Also keep in mind that you may want to check fro time stomping, as well as modifications to the system time, as well.

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Posted : 25/03/2019 5:43 pm
Siris
(@siris)
New Member

Yes, you raise a good point. I think in this instance it'll be worth timelining and I will do so.

However, other than your recommendation of timelining and in playing devil's advocate, do you know of any host based artefacts that could assist in isolation to prove / disprove that this system was upgraded from a previous Windows OS version and upgraded to Windows 10?

If so, in this instance it could also speed up the process of deducing what may have happened and why the presence of 2016 timestamps appear on this system despite an indicative 2017 installation date. Nothing better than quick easy wins (where possible) 8)

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Posted : 25/03/2019 5:48 pm
mjpetersen
(@mjpetersen)
New Member

Could the date you see be the OS date of the last large update (creators update, etc) and not the installation date? By doing a timeline analysis you should be able to tell.

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Posted : 25/03/2019 6:20 pm
BReninger
(@breninger)
New Member

Verify the creation date of the $MFT/$Boot/$Volume etc to determine install date of OS . The Software Registry key Install date is updated with a Windows major update.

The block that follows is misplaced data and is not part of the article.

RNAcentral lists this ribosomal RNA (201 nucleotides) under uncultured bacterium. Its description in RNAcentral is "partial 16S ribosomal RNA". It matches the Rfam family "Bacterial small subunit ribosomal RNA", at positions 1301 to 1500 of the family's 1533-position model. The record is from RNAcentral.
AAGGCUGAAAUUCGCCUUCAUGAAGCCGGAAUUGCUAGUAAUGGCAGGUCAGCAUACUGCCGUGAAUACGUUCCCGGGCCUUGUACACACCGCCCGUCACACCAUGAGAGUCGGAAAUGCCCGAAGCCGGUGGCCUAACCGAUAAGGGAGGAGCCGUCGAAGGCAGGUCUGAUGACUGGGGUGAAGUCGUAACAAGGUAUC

ReplyQuote
Posted : 25/03/2019 7:55 pm
pr3cur50r
(@pr3cur50r)
Junior Member

Yes, you raise a good point. I think in this instance it'll be worth timelining and I will do so.

However, other than your recommendation of timelining and in playing devil's advocate, do you know of any host based artefacts that could assist in isolation to prove / disprove that this system was upgraded from a previous Windows OS version and upgraded to Windows 10?

If so, in this instance it could also speed up the process of deducing what may have happened and why the presence of 2016 timestamps appear on this system despite an indicative 2017 installation date. Nothing better than quick easy wins (where possible) 8)

Some registry keys may be able to answer your question

HKEY_LOCAL_MACHINE\SOFTWARE\Microsoft\Windows NT\CurrentVersion\InstallDate
HKEY_LOCAL_MACHINE\SYSTEM\SetupSource OS (Updated on dd/mm/yyyy 000000\InstallDate

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Posted : 25/03/2019 10:26 pm
jaclaz
(@jaclaz)
Community Legend

Any chance that it was a Windows 7/8/8.1 later updated to 10?

The NTFS data will tell you when the volume was created (formatted) unless it was deployed as an image (dd-like).

It is not probable that the latter method was used unless the PC is either of
1) a "large" OEM brand
2) belonging to an enterprise with an IT department
both the above cases may use a "master" image, later customized and deployed.

jaclaz

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Posted : 26/03/2019 9:58 am